We are currently in Beta version and updating this search on a regular basis. We’d love to hear your feedback here.

BROWSE ALL FROM THIS PHOTOGRAPHER HERE

Down to Earth Practice: How Some Japanese Architects Have Taken their Offices to the Streets

As the discourse about the way we work continues past the original pandemic concern and past the hybrid, remote, or what was once called traditional office space; employers and employees alike are still revisiting mental comfort requirements of a post-pandemic worker. While there are many types of work environments and worker needs that have to be addressed separately (besides the white-collar or knowledge worker), from a design and policies front; one particular, newborn model has been popping up in recent years, thus far seen through some unique, smallscale yet norm challenging Japanese offices. 

© Yurika Kono© Yosuke Ohtake© Kenji Togo© Kenya Chiba+ 18

Hotel Reception on the Ridge / Takashige Yamashita Office

© Kai Nakamura© Kai Nakamura© Kai Nakamura© Kai Nakamura+ 23

Light as a Design Statement: Creative Ways to Use Artificial Lighting

Light serves an essential purpose in architecture: to help us see. Whether it be through natural or artificial methods, rooms must be illuminated accordingly so occupants can safely inhabit them and fulfill their daily functions. When the right system is selected, light can also contribute to energy efficiency and sustainability within the building as a whole. However, apart from its evident functional and environmental value, lighting design can vastly impact the visual comfort and aesthetic tone of interiors by drawing attention to textures, enhancing colors and defining volumes. Therefore, of the many pieces involved in interior design, lighting is certainly one that can enhance or destroy a space and even affect users’ well-being, which is why it should be considered a crucial design element by itself.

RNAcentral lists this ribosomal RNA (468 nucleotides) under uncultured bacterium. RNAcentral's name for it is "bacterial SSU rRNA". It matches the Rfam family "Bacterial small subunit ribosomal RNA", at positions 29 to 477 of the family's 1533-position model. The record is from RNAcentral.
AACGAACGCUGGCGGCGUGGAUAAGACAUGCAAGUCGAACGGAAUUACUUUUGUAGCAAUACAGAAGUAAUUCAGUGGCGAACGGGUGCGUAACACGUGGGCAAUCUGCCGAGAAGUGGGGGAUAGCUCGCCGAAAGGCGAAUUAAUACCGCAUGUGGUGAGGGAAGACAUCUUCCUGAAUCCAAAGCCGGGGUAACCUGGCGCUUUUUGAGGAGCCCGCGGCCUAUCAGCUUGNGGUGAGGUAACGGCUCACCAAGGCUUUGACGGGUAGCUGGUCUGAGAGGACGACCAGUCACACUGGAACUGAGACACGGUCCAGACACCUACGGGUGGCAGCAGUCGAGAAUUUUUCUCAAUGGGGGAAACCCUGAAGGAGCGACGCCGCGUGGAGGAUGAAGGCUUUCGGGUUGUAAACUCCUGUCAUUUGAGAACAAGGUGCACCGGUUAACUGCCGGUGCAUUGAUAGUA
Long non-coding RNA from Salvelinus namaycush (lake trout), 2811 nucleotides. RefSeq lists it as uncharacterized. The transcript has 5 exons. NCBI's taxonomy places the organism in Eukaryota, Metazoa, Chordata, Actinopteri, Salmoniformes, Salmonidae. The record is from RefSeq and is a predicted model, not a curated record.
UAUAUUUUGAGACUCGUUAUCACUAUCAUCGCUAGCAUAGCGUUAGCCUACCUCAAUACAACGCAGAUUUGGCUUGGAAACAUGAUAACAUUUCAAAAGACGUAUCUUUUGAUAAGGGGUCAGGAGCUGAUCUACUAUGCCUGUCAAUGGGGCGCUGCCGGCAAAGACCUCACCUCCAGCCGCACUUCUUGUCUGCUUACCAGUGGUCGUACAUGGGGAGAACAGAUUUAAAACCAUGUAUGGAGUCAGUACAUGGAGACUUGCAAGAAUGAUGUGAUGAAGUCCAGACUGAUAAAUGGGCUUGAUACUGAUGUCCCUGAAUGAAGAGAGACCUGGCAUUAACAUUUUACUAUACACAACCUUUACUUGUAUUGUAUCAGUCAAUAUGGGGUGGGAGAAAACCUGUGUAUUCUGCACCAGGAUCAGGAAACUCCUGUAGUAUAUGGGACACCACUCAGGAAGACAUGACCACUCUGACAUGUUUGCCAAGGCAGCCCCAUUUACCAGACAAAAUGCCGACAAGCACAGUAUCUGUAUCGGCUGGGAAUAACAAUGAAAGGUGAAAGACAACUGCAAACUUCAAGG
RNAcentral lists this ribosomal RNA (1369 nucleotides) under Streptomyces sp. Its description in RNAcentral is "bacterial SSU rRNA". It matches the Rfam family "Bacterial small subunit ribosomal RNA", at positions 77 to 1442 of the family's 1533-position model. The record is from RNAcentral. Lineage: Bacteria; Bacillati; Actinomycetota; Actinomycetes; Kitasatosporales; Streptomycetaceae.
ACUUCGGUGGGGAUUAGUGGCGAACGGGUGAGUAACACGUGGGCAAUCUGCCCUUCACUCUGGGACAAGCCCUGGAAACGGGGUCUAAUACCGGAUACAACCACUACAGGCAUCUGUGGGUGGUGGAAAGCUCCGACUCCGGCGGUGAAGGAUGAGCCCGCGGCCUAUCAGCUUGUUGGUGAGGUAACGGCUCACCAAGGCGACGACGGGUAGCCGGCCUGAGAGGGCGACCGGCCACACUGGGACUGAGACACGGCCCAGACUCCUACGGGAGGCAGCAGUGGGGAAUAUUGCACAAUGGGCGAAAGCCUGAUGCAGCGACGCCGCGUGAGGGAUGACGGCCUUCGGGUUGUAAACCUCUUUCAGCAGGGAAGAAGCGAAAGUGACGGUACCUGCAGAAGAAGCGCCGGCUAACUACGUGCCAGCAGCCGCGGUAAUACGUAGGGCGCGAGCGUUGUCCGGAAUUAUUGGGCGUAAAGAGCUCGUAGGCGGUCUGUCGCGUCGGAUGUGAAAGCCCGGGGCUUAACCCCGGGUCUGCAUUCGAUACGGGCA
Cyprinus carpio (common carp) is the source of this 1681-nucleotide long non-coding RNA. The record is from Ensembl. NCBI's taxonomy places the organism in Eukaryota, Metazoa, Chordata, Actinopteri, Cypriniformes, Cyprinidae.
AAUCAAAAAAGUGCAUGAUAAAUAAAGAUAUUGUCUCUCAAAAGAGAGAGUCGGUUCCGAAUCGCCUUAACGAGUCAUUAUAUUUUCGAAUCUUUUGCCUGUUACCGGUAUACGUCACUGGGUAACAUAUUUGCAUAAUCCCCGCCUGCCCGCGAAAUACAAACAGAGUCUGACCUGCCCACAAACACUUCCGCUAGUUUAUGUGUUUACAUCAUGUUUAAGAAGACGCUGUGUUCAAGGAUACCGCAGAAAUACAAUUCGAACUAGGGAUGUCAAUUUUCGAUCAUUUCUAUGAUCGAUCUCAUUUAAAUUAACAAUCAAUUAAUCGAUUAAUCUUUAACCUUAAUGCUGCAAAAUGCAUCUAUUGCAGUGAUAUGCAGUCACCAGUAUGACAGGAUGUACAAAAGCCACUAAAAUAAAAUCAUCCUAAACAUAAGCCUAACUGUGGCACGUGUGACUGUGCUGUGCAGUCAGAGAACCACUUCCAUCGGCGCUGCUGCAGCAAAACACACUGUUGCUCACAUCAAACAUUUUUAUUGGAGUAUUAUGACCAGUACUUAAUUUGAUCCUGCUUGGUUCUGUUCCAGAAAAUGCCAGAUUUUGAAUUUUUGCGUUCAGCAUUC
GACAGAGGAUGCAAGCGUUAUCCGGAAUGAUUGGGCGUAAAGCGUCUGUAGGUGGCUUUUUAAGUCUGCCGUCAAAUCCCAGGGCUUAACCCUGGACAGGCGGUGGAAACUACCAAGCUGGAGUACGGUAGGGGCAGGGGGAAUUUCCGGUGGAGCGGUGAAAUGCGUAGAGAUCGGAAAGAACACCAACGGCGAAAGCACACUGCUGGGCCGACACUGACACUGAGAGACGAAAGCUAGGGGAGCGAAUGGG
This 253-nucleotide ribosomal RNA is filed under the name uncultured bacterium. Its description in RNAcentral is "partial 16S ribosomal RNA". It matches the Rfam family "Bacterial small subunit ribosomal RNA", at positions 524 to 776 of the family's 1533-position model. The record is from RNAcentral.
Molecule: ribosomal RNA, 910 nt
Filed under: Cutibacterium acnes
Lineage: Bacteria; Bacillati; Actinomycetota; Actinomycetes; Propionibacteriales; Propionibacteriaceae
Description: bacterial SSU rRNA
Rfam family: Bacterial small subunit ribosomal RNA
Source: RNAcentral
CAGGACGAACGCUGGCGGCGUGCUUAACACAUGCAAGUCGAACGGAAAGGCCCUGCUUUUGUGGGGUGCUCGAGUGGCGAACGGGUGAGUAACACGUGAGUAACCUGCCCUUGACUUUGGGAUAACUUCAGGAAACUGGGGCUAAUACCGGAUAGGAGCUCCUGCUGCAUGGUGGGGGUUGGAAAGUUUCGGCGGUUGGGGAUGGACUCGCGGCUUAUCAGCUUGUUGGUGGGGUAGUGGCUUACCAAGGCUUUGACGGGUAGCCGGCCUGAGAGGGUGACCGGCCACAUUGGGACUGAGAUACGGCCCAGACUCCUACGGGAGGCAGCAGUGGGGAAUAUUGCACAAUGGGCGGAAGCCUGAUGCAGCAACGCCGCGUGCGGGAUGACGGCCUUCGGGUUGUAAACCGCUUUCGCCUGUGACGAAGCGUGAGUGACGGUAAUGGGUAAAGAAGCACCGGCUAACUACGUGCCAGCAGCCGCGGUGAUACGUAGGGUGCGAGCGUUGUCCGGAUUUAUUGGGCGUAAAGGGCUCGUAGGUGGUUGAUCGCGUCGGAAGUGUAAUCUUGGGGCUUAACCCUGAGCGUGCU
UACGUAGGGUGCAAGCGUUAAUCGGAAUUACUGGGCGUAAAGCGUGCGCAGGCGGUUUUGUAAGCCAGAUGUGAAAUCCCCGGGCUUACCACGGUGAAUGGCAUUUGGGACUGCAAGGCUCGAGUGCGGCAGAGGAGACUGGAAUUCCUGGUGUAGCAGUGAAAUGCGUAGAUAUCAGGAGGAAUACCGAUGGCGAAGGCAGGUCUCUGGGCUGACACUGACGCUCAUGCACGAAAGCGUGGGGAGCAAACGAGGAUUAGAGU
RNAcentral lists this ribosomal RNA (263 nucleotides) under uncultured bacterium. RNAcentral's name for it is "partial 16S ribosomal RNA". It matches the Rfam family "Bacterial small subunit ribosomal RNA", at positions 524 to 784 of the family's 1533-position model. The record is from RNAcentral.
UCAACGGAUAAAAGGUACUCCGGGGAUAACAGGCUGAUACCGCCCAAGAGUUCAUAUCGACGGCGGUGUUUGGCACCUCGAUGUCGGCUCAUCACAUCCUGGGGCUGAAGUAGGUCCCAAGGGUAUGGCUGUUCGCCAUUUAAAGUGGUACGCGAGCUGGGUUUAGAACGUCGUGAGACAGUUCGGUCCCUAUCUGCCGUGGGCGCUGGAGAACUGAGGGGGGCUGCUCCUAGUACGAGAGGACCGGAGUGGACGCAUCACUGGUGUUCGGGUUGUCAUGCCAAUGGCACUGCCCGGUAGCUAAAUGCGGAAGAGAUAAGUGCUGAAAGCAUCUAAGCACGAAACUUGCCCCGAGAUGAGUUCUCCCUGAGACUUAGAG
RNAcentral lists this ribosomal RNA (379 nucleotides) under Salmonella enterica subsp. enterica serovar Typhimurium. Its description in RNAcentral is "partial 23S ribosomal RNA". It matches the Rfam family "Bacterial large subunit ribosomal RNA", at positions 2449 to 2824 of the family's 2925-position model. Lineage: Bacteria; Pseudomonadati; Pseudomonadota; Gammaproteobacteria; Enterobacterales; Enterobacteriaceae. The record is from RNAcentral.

Light Garden House / Mami and Associates Architects

© Kai Nakamura© Kai Nakamura© Kai Nakamura© Kai Nakamura+ 22

6 tsubo-house / Arte-1 Architects

© Kai Nakamura
© Kai Nakamura

© Kai Nakamura© Kai Nakamura© Kai Nakamura© Kai Nakamura+ 20

Kitakami Children Health & Support Center / UtA / Unemori teco Associates

© Kai Nakamura© Kai Nakamura© Kai Nakamura© Kai Nakamura+ 22

House in Takaoka / Unemori Architects

Toyama, Japan
  • Architects: Unemori Architects
  • Area Area of this architecture project Area :  134
  • Year Completion year of this architecture project Year :  2020
  • Manufacturers Brands with products used in this architecture project
    Manufacturers :  Daiko, Talking about Curtains
  • Professionals : HSC, DE.lab, Itsuwa Home

"I Am Always Inside the Architecture that I Design": In Conversation with Toyo Ito